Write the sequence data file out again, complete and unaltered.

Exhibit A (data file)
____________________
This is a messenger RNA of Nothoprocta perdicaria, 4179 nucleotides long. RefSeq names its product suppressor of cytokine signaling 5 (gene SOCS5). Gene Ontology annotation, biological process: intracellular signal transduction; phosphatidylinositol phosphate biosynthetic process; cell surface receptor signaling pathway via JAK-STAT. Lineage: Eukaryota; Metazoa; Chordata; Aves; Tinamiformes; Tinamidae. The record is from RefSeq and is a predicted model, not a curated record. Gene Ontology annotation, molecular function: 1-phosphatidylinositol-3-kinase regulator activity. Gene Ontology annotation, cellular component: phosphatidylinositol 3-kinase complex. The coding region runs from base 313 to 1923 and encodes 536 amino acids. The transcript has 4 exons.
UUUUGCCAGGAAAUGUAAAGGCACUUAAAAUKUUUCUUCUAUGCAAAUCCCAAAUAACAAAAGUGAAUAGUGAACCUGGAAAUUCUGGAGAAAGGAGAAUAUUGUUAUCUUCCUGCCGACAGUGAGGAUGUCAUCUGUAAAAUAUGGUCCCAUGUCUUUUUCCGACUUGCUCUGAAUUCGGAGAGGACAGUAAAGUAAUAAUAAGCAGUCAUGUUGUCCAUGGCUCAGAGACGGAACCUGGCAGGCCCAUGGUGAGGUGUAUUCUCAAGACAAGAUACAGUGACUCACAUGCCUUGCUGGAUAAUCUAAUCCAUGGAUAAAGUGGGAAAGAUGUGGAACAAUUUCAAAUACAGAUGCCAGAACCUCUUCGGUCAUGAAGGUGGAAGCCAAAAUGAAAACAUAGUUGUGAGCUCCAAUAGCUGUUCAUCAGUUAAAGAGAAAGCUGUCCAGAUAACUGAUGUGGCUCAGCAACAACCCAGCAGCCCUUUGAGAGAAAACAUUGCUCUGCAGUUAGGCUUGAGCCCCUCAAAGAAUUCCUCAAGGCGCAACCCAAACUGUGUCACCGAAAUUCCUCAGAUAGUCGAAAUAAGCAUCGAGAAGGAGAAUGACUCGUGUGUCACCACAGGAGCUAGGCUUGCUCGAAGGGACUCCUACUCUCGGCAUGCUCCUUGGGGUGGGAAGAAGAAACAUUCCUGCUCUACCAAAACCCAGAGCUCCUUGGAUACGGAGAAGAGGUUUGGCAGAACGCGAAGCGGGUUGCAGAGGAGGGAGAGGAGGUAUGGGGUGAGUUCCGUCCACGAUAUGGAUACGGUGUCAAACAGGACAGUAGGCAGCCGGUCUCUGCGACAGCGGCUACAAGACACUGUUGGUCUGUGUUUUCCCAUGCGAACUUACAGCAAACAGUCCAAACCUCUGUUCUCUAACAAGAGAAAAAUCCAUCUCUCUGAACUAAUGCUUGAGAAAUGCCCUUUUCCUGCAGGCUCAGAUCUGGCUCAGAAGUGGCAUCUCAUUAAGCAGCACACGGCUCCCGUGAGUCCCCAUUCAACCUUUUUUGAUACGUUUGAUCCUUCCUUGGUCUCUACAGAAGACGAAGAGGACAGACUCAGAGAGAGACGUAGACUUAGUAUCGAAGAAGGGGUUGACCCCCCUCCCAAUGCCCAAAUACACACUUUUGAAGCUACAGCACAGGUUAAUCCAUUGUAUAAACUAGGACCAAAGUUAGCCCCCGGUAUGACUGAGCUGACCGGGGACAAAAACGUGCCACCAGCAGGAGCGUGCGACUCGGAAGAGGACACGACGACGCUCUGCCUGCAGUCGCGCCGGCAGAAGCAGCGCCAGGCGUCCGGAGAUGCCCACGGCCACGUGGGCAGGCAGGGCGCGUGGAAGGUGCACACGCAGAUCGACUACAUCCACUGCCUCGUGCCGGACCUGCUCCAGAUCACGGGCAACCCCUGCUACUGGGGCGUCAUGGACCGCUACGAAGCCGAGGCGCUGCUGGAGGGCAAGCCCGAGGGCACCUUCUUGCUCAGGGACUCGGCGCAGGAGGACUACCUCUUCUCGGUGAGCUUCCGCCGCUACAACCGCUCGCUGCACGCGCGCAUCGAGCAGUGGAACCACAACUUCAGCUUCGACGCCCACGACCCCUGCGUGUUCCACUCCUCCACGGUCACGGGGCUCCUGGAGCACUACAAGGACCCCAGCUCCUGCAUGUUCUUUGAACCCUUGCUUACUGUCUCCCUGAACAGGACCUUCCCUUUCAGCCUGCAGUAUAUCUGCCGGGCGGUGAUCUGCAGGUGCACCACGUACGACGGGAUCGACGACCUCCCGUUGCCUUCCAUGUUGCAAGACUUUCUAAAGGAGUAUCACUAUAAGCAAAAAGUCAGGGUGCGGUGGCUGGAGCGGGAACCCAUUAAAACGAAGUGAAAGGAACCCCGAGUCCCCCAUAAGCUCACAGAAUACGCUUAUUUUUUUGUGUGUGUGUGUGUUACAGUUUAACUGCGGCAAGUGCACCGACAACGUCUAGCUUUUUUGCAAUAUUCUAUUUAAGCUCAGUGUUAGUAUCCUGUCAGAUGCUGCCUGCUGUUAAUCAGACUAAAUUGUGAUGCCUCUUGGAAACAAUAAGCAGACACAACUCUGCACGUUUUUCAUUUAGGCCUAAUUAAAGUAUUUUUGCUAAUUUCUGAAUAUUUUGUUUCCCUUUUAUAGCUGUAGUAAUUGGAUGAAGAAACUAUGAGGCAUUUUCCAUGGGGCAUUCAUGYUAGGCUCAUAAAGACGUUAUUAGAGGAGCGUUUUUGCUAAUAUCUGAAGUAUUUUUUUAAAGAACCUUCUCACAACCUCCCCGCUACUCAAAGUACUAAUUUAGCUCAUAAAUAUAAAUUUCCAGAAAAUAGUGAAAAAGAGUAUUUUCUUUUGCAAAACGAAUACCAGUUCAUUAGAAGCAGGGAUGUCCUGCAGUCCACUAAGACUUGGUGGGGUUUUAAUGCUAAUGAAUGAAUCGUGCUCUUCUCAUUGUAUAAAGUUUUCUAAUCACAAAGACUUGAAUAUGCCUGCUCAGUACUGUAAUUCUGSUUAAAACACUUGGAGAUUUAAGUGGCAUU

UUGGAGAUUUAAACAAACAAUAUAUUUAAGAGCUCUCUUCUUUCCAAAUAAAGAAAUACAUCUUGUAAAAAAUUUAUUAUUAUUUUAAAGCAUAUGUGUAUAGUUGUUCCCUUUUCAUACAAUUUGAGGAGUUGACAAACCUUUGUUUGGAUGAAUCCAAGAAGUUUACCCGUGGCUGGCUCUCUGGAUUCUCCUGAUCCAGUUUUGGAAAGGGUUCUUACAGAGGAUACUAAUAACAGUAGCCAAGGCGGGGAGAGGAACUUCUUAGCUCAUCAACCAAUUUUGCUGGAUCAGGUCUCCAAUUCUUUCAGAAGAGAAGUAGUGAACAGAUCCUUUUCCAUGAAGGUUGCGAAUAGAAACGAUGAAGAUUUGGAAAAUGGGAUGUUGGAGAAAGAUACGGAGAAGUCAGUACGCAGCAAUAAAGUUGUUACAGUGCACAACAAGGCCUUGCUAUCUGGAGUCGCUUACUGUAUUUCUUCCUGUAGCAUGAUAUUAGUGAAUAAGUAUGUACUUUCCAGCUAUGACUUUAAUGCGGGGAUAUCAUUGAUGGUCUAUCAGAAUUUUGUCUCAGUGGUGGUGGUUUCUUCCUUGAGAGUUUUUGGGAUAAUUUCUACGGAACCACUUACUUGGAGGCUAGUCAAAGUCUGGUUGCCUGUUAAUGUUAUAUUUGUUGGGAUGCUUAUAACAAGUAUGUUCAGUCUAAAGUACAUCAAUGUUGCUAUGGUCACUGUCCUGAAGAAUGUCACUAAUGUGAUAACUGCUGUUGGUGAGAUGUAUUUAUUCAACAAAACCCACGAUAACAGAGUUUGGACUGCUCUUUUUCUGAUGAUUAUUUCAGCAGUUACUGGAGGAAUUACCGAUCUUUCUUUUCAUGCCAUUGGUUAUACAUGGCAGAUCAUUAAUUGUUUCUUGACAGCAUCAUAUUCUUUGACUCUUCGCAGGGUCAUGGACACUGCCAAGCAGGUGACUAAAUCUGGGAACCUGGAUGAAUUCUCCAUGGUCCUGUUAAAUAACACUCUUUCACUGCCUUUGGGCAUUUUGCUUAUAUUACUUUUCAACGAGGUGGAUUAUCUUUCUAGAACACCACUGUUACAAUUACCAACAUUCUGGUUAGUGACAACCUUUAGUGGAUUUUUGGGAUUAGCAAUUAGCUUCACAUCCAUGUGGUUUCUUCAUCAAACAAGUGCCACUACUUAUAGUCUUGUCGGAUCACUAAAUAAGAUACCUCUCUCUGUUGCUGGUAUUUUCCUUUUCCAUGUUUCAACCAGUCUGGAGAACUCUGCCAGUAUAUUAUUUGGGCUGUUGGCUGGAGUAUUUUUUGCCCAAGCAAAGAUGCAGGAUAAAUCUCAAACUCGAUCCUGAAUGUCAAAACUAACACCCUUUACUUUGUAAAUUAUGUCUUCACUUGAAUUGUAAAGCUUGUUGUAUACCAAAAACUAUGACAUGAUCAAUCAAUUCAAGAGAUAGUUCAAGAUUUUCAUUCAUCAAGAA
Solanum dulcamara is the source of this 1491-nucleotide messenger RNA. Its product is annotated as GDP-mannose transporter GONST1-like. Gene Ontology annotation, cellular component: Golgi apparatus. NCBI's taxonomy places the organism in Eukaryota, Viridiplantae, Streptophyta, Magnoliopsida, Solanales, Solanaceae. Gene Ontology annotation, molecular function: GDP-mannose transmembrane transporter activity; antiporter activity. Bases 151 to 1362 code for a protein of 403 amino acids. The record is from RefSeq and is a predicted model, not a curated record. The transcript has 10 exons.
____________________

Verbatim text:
This is a messenger RNA of Nothoprocta perdicaria, 4179 nucleotides long. RefSeq names its product suppressor of cytokine signaling 5 (gene SOCS5). Gene Ontology annotation, biological process: intracellular signal transduction; phosphatidylinositol phosphate biosynthetic process; cell surface receptor signaling pathway via JAK-STAT. Lineage: Eukaryota; Metazoa; Chordata; Aves; Tinamiformes; Tinamidae. The record is from RefSeq and is a predicted model, not a curated record. Gene Ontology annotation, molecular function: 1-phosphatidylinositol-3-kinase regulator activity. Gene Ontology annotation, cellular component: phosphatidylinositol 3-kinase complex. The coding region runs from base 313 to 1923 and encodes 536 amino acids. The transcript has 4 exons.
UUUUGCCAGGAAAUGUAAAGGCACUUAAAAUKUUUCUUCUAUGCAAAUCCCAAAUAACAAAAGUGAAUAGUGAACCUGGAAAUUCUGGAGAAAGGAGAAUAUUGUUAUCUUCCUGCCGACAGUGAGGAUGUCAUCUGUAAAAUAUGGUCCCAUGUCUUUUUCCGACUUGCUCUGAAUUCGGAGAGGACAGUAAAGUAAUAAUAAGCAGUCAUGUUGUCCAUGGCUCAGAGACGGAACCUGGCAGGCCCAUGGUGAGGUGUAUUCUCAAGACAAGAUACAGUGACUCACAUGCCUUGCUGGAUAAUCUAAUCCAUGGAUAAAGUGGGAAAGAUGUGGAACAAUUUCAAAUACAGAUGCCAGAACCUCUUCGGUCAUGAAGGUGGAAGCCAAAAUGAAAACAUAGUUGUGAGCUCCAAUAGCUGUUCAUCAGUUAAAGAGAAAGCUGUCCAGAUAACUGAUGUGGCUCAGCAACAACCCAGCAGCCCUUUGAGAGAAAACAUUGCUCUGCAGUUAGGCUUGAGCCCCUCAAAGAAUUCCUCAAGGCGCAACCCAAACUGUGUCACCGAAAUUCCUCAGAUAGUCGAAAUAAGCAUCGAGAAGGAGAAUGACUCGUGUGUCACCACAGGAGCUAGGCUUGCUCGAAGGGACUCCUACUCUCGGCAUGCUCCUUGGGGUGGGAAGAAGAAACAUUCCUGCUCUACCAAAACCCAGAGCUCCUUGGAUACGGAGAAGAGGUUUGGCAGAACGCGAAGCGGGUUGCAGAGGAGGGAGAGGAGGUAUGGGGUGAGUUCCGUCCACGAUAUGGAUACGGUGUCAAACAGGACAGUAGGCAGCCGGUCUCUGCGACAGCGGCUACAAGACACUGUUGGUCUGUGUUUUCCCAUGCGAACUUACAGCAAACAGUCCAAACCUCUGUUCUCUAACAAGAGAAAAAUCCAUCUCUCUGAACUAAUGCUUGAGAAAUGCCCUUUUCCUGCAGGCUCAGAUCUGGCUCAGAAGUGGCAUCUCAUUAAGCAGCACACGGCUCCCGUGAGUCCCCAUUCAACCUUUUUUGAUACGUUUGAUCCUUCCUUGGUCUCUACAGAAGACGAAGAGGACAGACUCAGAGAGAGACGUAGACUUAGUAUCGAAGAAGGGGUUGACCCCCCUCCCAAUGCCCAAAUACACACUUUUGAAGCUACAGCACAGGUUAAUCCAUUGUAUAAACUAGGACCAAAGUUAGCCCCCGGUAUGACUGAGCUGACCGGGGACAAAAACGUGCCACCAGCAGGAGCGUGCGACUCGGAAGAGGACACGACGACGCUCUGCCUGCAGUCGCGCCGGCAGAAGCAGCGCCAGGCGUCCGGAGAUGCCCACGGCCACGUGGGCAGGCAGGGCGCGUGGAAGGUGCACACGCAGAUCGACUACAUCCACUGCCUCGUGCCGGACCUGCUCCAGAUCACGGGCAACCCCUGCUACUGGGGCGUCAUGGACCGCUACGAAGCCGAGGCGCUGCUGGAGGGCAAGCCCGAGGGCACCUUCUUGCUCAGGGACUCGGCGCAGGAGGACUACCUCUUCUCGGUGAGCUUCCGCCGCUACAACCGCUCGCUGCACGCGCGCAUCGAGCAGUGGAACCACAACUUCAGCUUCGACGCCCACGACCCCUGCGUGUUCCACUCCUCCACGGUCACGGGGCUCCUGGAGCACUACAAGGACCCCAGCUCCUGCAUGUUCUUUGAACCCUUGCUUACUGUCUCCCUGAACAGGACCUUCCCUUUCAGCCUGCAGUAUAUCUGCCGGGCGGUGAUCUGCAGGUGCACCACGUACGACGGGAUCGACGACCUCCCGUUGCCUUCCAUGUUGCAAGACUUUCUAAAGGAGUAUCACUAUAAGCAAAAAGUCAGGGUGCGGUGGCUGGAGCGGGAACCCAUUAAAACGAAGUGAAAGGAACCCCGAGUCCCCCAUAAGCUCACAGAAUACGCUUAUUUUUUUGUGUGUGUGUGUGUUACAGUUUAACUGCGGCAAGUGCACCGACAACGUCUAGCUUUUUUGCAAUAUUCUAUUUAAGCUCAGUGUUAGUAUCCUGUCAGAUGCUGCCUGCUGUUAAUCAGACUAAAUUGUGAUGCCUCUUGGAAACAAUAAGCAGACACAACUCUGCACGUUUUUCAUUUAGGCCUAAUUAAAGUAUUUUUGCUAAUUUCUGAAUAUUUUGUUUCCCUUUUAUAGCUGUAGUAAUUGGAUGAAGAAACUAUGAGGCAUUUUCCAUGGGGCAUUCAUGYUAGGCUCAUAAAGACGUUAUUAGAGGAGCGUUUUUGCUAAUAUCUGAAGUAUUUUUUUAAAGAACCUUCUCACAACCUCCCCGCUACUCAAAGUACUAAUUUAGCUCAUAAAUAUAAAUUUCCAGAAAAUAGUGAAAAAGAGUAUUUUCUUUUGCAAAACGAAUACCAGUUCAUUAGAAGCAGGGAUGUCCUGCAGUCCACUAAGACUUGGUGGGGUUUUAAUGCUAAUGAAUGAAUCGUGCUCUUCUCAUUGUAUAAAGUUUUCUAAUCACAAAGACUUGAAUAUGCCUGCUCAGUACUGUAAUUCUGSUUAAAACACUUGGAGAUUUAAGUGGCAUU

UUGGAGAUUUAAACAAACAAUAUAUUUAAGAGCUCUCUUCUUUCCAAAUAAAGAAAUACAUCUUGUAAAAAAUUUAUUAUUAUUUUAAAGCAUAUGUGUAUAGUUGUUCCCUUUUCAUACAAUUUGAGGAGUUGACAAACCUUUGUUUGGAUGAAUCCAAGAAGUUUACCCGUGGCUGGCUCUCUGGAUUCUCCUGAUCCAGUUUUGGAAAGGGUUCUUACAGAGGAUACUAAUAACAGUAGCCAAGGCGGGGAGAGGAACUUCUUAGCUCAUCAACCAAUUUUGCUGGAUCAGGUCUCCAAUUCUUUCAGAAGAGAAGUAGUGAACAGAUCCUUUUCCAUGAAGGUUGCGAAUAGAAACGAUGAAGAUUUGGAAAAUGGGAUGUUGGAGAAAGAUACGGAGAAGUCAGUACGCAGCAAUAAAGUUGUUACAGUGCACAACAAGGCCUUGCUAUCUGGAGUCGCUUACUGUAUUUCUUCCUGUAGCAUGAUAUUAGUGAAUAAGUAUGUACUUUCCAGCUAUGACUUUAAUGCGGGGAUAUCAUUGAUGGUCUAUCAGAAUUUUGUCUCAGUGGUGGUGGUUUCUUCCUUGAGAGUUUUUGGGAUAAUUUCUACGGAACCACUUACUUGGAGGCUAGUCAAAGUCUGGUUGCCUGUUAAUGUUAUAUUUGUUGGGAUGCUUAUAACAAGUAUGUUCAGUCUAAAGUACAUCAAUGUUGCUAUGGUCACUGUCCUGAAGAAUGUCACUAAUGUGAUAACUGCUGUUGGUGAGAUGUAUUUAUUCAACAAAACCCACGAUAACAGAGUUUGGACUGCUCUUUUUCUGAUGAUUAUUUCAGCAGUUACUGGAGGAAUUACCGAUCUUUCUUUUCAUGCCAUUGGUUAUACAUGGCAGAUCAUUAAUUGUUUCUUGACAGCAUCAUAUUCUUUGACUCUUCGCAGGGUCAUGGACACUGCCAAGCAGGUGACUAAAUCUGGGAACCUGGAUGAAUUCUCCAUGGUCCUGUUAAAUAACACUCUUUCACUGCCUUUGGGCAUUUUGCUUAUAUUACUUUUCAACGAGGUGGAUUAUCUUUCUAGAACACCACUGUUACAAUUACCAACAUUCUGGUUAGUGACAACCUUUAGUGGAUUUUUGGGAUUAGCAAUUAGCUUCACAUCCAUGUGGUUUCUUCAUCAAACAAGUGCCACUACUUAUAGUCUUGUCGGAUCACUAAAUAAGAUACCUCUCUCUGUUGCUGGUAUUUUCCUUUUCCAUGUUUCAACCAGUCUGGAGAACUCUGCCAGUAUAUUAUUUGGGCUGUUGGCUGGAGUAUUUUUUGCCCAAGCAAAGAUGCAGGAUAAAUCUCAAACUCGAUCCUGAAUGUCAAAACUAACACCCUUUACUUUGUAAAUUAUGUCUUCACUUGAAUUGUAAAGCUUGUUGUAUACCAAAAACUAUGACAUGAUCAAUCAAUUCAAGAGAUAGUUCAAGAUUUUCAUUCAUCAAGAA
Solanum dulcamara is the source of this 1491-nucleotide messenger RNA. Its product is annotated as GDP-mannose transporter GONST1-like. Gene Ontology annotation, cellular component: Golgi apparatus. NCBI's taxonomy places the organism in Eukaryota, Viridiplantae, Streptophyta, Magnoliopsida, Solanales, Solanaceae. Gene Ontology annotation, molecular function: GDP-mannose transmembrane transporter activity; antiporter activity. Bases 151 to 1362 code for a protein of 403 amino acids. The record is from RefSeq and is a predicted model, not a curated record. The transcript has 10 exons.